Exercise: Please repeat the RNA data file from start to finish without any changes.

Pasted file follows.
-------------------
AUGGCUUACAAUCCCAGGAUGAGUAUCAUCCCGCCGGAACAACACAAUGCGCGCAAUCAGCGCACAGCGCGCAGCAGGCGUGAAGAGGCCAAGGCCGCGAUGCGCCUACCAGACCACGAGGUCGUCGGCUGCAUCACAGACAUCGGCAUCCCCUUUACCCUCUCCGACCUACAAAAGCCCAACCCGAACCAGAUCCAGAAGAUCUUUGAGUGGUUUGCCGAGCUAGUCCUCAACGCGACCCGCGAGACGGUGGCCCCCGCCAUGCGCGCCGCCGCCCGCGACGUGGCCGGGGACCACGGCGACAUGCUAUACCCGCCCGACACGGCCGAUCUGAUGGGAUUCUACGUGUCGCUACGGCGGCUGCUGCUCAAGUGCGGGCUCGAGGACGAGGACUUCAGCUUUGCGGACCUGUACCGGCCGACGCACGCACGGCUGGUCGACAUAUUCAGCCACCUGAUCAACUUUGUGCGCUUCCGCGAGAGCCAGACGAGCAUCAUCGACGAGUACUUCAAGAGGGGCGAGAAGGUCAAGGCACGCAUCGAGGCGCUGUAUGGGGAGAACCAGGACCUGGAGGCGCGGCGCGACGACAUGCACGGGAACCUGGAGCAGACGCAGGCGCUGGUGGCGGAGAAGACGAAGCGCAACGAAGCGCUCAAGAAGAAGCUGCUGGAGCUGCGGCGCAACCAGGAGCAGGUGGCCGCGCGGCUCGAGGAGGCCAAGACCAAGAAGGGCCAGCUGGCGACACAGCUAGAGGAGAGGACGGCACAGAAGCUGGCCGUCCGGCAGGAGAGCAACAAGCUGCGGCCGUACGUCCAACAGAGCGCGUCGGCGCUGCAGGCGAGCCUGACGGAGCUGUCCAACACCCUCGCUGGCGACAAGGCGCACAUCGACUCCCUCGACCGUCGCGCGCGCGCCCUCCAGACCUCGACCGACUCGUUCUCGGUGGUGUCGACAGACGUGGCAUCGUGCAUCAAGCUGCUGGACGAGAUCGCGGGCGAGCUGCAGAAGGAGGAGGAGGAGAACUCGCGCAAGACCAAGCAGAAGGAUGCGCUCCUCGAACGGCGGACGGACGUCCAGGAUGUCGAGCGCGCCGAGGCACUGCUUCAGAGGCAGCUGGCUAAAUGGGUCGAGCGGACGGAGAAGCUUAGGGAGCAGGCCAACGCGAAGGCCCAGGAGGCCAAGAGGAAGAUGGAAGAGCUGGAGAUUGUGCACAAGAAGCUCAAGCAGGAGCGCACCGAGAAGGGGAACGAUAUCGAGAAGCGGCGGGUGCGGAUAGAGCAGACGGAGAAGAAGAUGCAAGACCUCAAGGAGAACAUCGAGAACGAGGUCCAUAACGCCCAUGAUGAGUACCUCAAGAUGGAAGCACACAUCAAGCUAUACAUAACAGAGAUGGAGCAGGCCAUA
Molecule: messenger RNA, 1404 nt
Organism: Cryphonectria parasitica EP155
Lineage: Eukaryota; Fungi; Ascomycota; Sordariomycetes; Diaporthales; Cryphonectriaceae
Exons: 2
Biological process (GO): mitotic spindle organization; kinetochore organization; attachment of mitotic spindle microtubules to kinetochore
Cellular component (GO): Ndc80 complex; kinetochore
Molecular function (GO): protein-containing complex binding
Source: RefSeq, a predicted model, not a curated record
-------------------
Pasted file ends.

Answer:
AUGGCUUACAAUCCCAGGAUGAGUAUCAUCCCGCCGGAACAACACAAUGCGCGCAAUCAGCGCACAGCGCGCAGCAGGCGUGAAGAGGCCAAGGCCGCGAUGCGCCUACCAGACCACGAGGUCGUCGGCUGCAUCACAGACAUCGGCAUCCCCUUUACCCUCUCCGACCUACAAAAGCCCAACCCGAACCAGAUCCAGAAGAUCUUUGAGUGGUUUGCCGAGCUAGUCCUCAACGCGACCCGCGAGACGGUGGCCCCCGCCAUGCGCGCCGCCGCCCGCGACGUGGCCGGGGACCACGGCGACAUGCUAUACCCGCCCGACACGGCCGAUCUGAUGGGAUUCUACGUGUCGCUACGGCGGCUGCUGCUCAAGUGCGGGCUCGAGGACGAGGACUUCAGCUUUGCGGACCUGUACCGGCCGACGCACGCACGGCUGGUCGACAUAUUCAGCCACCUGAUCAACUUUGUGCGCUUCCGCGAGAGCCAGACGAGCAUCAUCGACGAGUACUUCAAGAGGGGCGAGAAGGUCAAGGCACGCAUCGAGGCGCUGUAUGGGGAGAACCAGGACCUGGAGGCGCGGCGCGACGACAUGCACGGGAACCUGGAGCAGACGCAGGCGCUGGUGGCGGAGAAGACGAAGCGCAACGAAGCGCUCAAGAAGAAGCUGCUGGAGCUGCGGCGCAACCAGGAGCAGGUGGCCGCGCGGCUCGAGGAGGCCAAGACCAAGAAGGGCCAGCUGGCGACACAGCUAGAGGAGAGGACGGCACAGAAGCUGGCCGUCCGGCAGGAGAGCAACAAGCUGCGGCCGUACGUCCAACAGAGCGCGUCGGCGCUGCAGGCGAGCCUGACGGAGCUGUCCAACACCCUCGCUGGCGACAAGGCGCACAUCGACUCCCUCGACCGUCGCGCGCGCGCCCUCCAGACCUCGACCGACUCGUUCUCGGUGGUGUCGACAGACGUGGCAUCGUGCAUCAAGCUGCUGGACGAGAUCGCGGGCGAGCUGCAGAAGGAGGAGGAGGAGAACUCGCGCAAGACCAAGCAGAAGGAUGCGCUCCUCGAACGGCGGACGGACGUCCAGGAUGUCGAGCGCGCCGAGGCACUGCUUCAGAGGCAGCUGGCUAAAUGGGUCGAGCGGACGGAGAAGCUUAGGGAGCAGGCCAACGCGAAGGCCCAGGAGGCCAAGAGGAAGAUGGAAGAGCUGGAGAUUGUGCACAAGAAGCUCAAGCAGGAGCGCACCGAGAAGGGGAACGAUAUCGAGAAGCGGCGGGUGCGGAUAGAGCAGACGGAGAAGAAGAUGCAAGACCUCAAGGAGAACAUCGAGAACGAGGUCCAUAACGCCCAUGAUGAGUACCUCAAGAUGGAAGCACACAUCAAGCUAUACAUAACAGAGAUGGAGCAGGCCAUA
Molecule: messenger RNA, 1404 nt
Organism: Cryphonectria parasitica EP155
Lineage: Eukaryota; Fungi; Ascomycota; Sordariomycetes; Diaporthales; Cryphonectriaceae
Exons: 2
Biological process (GO): mitotic spindle organization; kinetochore organization; attachment of mitotic spindle microtubules to kinetochore
Cellular component (GO): Ndc80 complex; kinetochore
Molecular function (GO): protein-containing complex binding
Source: RefSeq, a predicted model, not a curated record